Although it is not as much of a staple of the modern initiation of physicians as it was in the past, the Hippocratic Oath exemplifies the purpose of medicine. Central to this purpose is the upholding, preservation and health of life of all kinds. As Margaret Mead once said: "For the first time in our tradition there was a complete separation between killing and curing. Throughout the primitive world, the doctor and the sorcerer tended to be the same person. He with the power to kill had power to cure, including specially the undoing of his own killing activities. He who had the power to cure would necessarily also be able to kill... With the Greeks the distinction was made clear. One profession, the followers of Asclepius, were to be dedicated completely to life under all circumstances, regardless of rank, age or intellect – the life of a slave, the life of the Emperor, the life of a foreign man, the life of a defective child…" (quoted in a BBC online article about the Oath)
This is the most fundamental purpose of medicine. Yet, in modern times, it is used more as a tool for business, vanity and personal convenience, prioritized over life itself. Befitting the modern trend of individualism, the "iUniverse", where any means necessary are employed to customize life and bend it to one's personal pleasure and profit, the essential value of life is left behind, even from medicine. The taking of an unborn life by a medical physician is the deepest betrayal and taint upon medicine and care giving in general that a physician could perpetrate, aside the horror of a mother choosing to murder their own baby and go against the most fundamental instincts and responsibilities of motherhood. Abortion is done for only one reason; all the excuses pro-abortionists employ are simply thin veils to conceal this deepest attitude: for power. All other desires that go into abortion, such as convenience, emotional relief, avoiding social shame, financial concerns, etc., derive from this essential thirst for power, to rip the maturation of life from God's hands into their own, to triumph over the "chains" of nature which God "imposes" - to be gods themselves. Indeed, this is the mentality of abortion doctors and the mothers who use them, and it is the primary reason used by advocates of abortion such as Christopher Hitchens, Barack Obama and Planned Parenthood. "A woman's choice" is simply a gentler term for power, in the same way, as G.K. Chesterton said, "birth control" means less birth and no control.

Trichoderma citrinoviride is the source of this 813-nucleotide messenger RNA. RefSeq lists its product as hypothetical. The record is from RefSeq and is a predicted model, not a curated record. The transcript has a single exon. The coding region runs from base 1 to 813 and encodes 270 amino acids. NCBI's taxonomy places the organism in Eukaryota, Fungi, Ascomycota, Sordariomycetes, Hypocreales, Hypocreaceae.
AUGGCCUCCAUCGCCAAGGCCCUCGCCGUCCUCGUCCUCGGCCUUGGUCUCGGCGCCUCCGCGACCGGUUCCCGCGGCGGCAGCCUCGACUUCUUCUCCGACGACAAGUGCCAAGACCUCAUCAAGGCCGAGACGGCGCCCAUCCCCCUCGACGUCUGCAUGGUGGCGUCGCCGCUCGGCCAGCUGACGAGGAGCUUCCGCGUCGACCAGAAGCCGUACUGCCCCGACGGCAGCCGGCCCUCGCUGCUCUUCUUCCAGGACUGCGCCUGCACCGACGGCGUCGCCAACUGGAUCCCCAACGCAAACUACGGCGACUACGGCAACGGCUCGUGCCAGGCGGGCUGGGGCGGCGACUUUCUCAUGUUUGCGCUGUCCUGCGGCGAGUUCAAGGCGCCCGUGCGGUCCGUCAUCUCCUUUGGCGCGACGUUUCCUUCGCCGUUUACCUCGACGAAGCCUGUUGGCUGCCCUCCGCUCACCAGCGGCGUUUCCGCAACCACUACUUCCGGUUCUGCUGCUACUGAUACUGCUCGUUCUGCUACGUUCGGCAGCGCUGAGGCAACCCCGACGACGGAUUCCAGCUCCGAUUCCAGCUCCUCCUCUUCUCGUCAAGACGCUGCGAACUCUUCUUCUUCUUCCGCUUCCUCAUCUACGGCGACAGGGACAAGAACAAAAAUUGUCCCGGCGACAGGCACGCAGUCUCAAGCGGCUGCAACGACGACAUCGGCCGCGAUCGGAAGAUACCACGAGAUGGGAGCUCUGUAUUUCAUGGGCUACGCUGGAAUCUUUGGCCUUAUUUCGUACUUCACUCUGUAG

Created in the image of God, the human person is the crown jewel of God's Creation. In order to fully adhere to the call to love and responsibility involved in this essential human dignity, and in reciprocation of God's love for us, human activities should always be oriented toward the betterment of mankind. Does this mean always giving people convenience, pleasure, power, ease and even always being nice? No. As any parent can attest, love is not always gentle or easy, but it is always the best thing for everyone - age does not revoke this fundamental truth of human life. Does this mean completely neglecting our pleasures, convenience, basic needs or the condition of the natural environment and its creatures? God forbid. They are all His creatures, stamped with His divine thumbprint, and this innate goodness can only be responded to with reverence, care and prudence in our use of it. But we should always prioritize in truth and love, with God as our highest concern, followed by humanity and afterwards all that which God Himself loves and cares for. By acting as stewards of Creation, we are tasked both with renewing nature to its just vision, without the stain of sin, and orienting it towards the simultaneous affirmation of God and the betterment of mankind. Abortion is the most horrid and tragic wound against this most essential Christian - and indeed human - concept, and the only true remedy is love.
"Can a mother forget her infant,
be without tenderness for the child of her womb?
Even should she forget,
I will never forget you." (Isaiah 49:14-15)